somewhere over the rainbow

rainbowIt was 1979 and my high school civics teacher thought it would be good for our class to go on a field trip.  A trip to the “big” city.  Seattle, Washington.  I grew up in a small community, big enough at the time for two high schools, yet small enough for the police to call you by name, if they caught you smooching, after dark near the town tennis courts.  (Hi Mr. Hartle, thanks for not telling my parents.)  Good, got that off my shoulders.  whew.

Field trip.  We left early in the morning and drove the hour to the big city.  The field trip was to hear a man speak at the Seattle Center.  His name was Jessie Jackson.  He was the leader of the “Rainbow Coalition”.  I will be honest, I grew up in a high school with one black person, who happened to be intelligent, funny, and a good school chum and one mixed race girl, over the top intelligent, excellent manners, sweet and so pretty & just happen to have  most glorious skin tone of any of us valley girls.  That being stated, traveling into the big city, to a huge convention center, during the time it took us to walk into that arena,  our class became the minority.  It was overwhelming and shocking.  I was 17 at the time and I remember it like it was yesterday.  I had never heard someone speak/yell/preach/sweat/gasp for air/grab the audience like he did.  He whipped that audience, me included, into a frenzy.  I can remember the excitement.  You could actually FEEL the energy in that room.  I don’t actually remember all that he said.  I do remember being excited about “what we could accomplish”.

Once home, I wanted to tell my mother all about it.  About all what went on, it was thrilling and exciting and loud and shocking and listen to this and this and this…………..I will let you guess her response.

The years unfolded in front of me.  I KNEW the moment that I had children, I would raise them to see people, not what race or religion they were.  If I did nothing else, my children would be brought up to be well-educated, informed and would not have one judgmental bone in their bodies.

During those “junior high school years”, our plan of parenting was tested by many, many adults.  Some adults, pushed even me, to the breaking point.  I can still see myself, shaking on the inside, standing face to face, on more than one occasion,  raising my voice and asking “would your mother be proud of your behavior”?  I wanted our boys to see the stupidity of adults choosing to judge others based on ignorance.  We stood our ground.  We never, ever wavered.  We knew, without a shadow of a doubt, what our mission was.  Treat others as you would like to be treated with honor and respect.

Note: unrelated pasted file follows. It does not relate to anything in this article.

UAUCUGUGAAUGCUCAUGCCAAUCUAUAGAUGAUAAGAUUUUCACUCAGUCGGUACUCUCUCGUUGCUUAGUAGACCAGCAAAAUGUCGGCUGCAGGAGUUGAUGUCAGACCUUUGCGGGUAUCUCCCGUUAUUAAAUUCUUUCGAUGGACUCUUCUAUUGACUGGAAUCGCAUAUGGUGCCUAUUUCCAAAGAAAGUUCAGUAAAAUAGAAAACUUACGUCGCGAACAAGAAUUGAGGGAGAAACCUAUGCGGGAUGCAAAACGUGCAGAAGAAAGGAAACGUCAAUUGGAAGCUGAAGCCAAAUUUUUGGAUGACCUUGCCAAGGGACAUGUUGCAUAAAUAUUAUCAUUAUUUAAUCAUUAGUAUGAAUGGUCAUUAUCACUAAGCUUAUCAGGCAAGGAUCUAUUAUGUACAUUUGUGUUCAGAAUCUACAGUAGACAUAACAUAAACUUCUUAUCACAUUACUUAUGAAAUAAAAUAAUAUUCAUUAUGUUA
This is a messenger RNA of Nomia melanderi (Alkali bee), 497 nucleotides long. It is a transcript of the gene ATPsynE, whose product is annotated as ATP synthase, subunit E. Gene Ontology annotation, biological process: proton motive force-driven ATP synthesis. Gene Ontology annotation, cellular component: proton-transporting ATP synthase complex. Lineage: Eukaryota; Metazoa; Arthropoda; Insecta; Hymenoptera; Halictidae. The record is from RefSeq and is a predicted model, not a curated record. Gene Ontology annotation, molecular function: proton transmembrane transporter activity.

Mr. Right and I raised two well-educated, informed, kind & respectful human beings.  You don’t even have to take my word for it.  Go have lunch with either of them.  Meet their friends.  Job shadow them for one day.  I guarantee you will have only great things to say about them.  We are extremely proud of the life they have chosen to lead.  Yes, we can and will stand and answer for their upbringing.  I can look anyone in the eye and said, we did our very best to raise human beings of honor.

As excited as I was all those years ago, to hear someone speak to the masses………….today, I would (shaking on the inside), stand my ground, look Mr. Jackson, in the eye and ask, “would your mother be proud of your behavior”.  Are you willing to answer for your children’s behavior?  Are you encouraging peace and understanding with all?  Are you using your “power” and “fame” for good?

I think I will concentrate on a couple of different views, each were also able to whip up the masses into a state of frenzy.

“I refuse to accept the view that mankind is so tragically bound to the starless midnight of racism and war that the bright daybreak of peace and brotherhood can never become a reality…I believe that unarmed truth and unconditional love will have the final word.” ~Martin Luther King, Jr.

“Our true nationality is mankind.” 
― H.G. Wells

5 thoughts on “somewhere over the rainbow

  1. How interesting that you were taken to hear Jesse Jackson. You must have had a great civics teacher. Did you know that today is Nelson Mandela Day in honour of Mandela’s contribution to peace and reconciliation?

  2. a comment from Miss Florida:

    Sorry for your sleepless night, but thank you for sharing your thoughts. I agree with you: there is only one race: human. As hokey as that sounds, it is sometimes what I write on forms that ask for my race. You have contributed to the world in a positive way by raising God-fearing, all-people-respecting young men. I’ve met them! I know what I’m talking about! (Have you read Emerson
    s definition of success? To make the world a little better, either by a …………. raising a child….I forget how he phrases it.)

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